LONDON – The England players said history doesn’t matter. None of Gareth Southgate’s squad members remember the pain of 1990. Only one or two remember the bitter regrets of 1996. For most people, the shadow Germany cast over England in football stretches back no more than a decade or so , to 2010, the latest update of England’s Great Decade Decade.
But this does not mean that it did not affect them. The mods sense of impending doom that afflicts England before every major tournament. Self-flagellation, endemic doubt, and feverish inquiry into every decision, however small: it all goes back to those defeats, to those days to which England was so close, yet so far, when Germany stood with all this country. – Or at least the football team – it can not be.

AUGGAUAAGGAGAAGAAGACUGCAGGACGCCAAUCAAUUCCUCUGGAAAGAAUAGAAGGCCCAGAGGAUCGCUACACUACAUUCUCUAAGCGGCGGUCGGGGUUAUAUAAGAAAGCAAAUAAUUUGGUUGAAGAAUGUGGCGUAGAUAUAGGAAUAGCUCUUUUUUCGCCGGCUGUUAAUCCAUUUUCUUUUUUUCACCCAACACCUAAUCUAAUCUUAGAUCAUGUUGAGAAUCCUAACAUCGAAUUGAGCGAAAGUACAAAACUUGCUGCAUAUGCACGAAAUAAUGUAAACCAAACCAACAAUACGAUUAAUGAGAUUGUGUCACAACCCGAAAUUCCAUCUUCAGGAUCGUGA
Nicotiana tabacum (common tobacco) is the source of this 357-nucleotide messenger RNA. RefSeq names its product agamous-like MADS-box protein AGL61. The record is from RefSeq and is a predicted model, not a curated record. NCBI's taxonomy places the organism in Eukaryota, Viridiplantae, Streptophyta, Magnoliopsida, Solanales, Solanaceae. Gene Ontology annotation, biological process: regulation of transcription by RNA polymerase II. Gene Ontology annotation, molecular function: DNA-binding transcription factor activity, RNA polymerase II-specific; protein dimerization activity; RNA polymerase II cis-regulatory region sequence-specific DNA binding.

It was, all that, that they had to overcome to reach the quarter-finals of Euro 2020, in front of the raucous Wembley, a wonderful place, prepared to celebrate or to criticize at the first hint of hope or despair. And it was this, all that, that faded when Raheem Sterling was able to advance to England, just as nerves began to fade and ghosts began to swirl.
Suddenly, Wembley wasn’t half empty. It was full, it was furious, it was moving, a sea of people, a billowing of people, it seemed to shake a stadium which, a moment before, was full of tension and doubt, as it had been for nearly 60 years.
After a few minutes, Harry Kane settled down, and the place exploded again. The players may not remember, but the fans did, and now, at last, they could feel everything raising their backs: it wasn’t only Germany that was defeated, 2-0, but all the reasons for disbelief, all the reasons for fear.
England have not beaten Germany in a major tournament knockout match – when it really mattered – since 1966, the country’s crowning moment. Now, she had. Only then, at that moment, did the date no longer matter.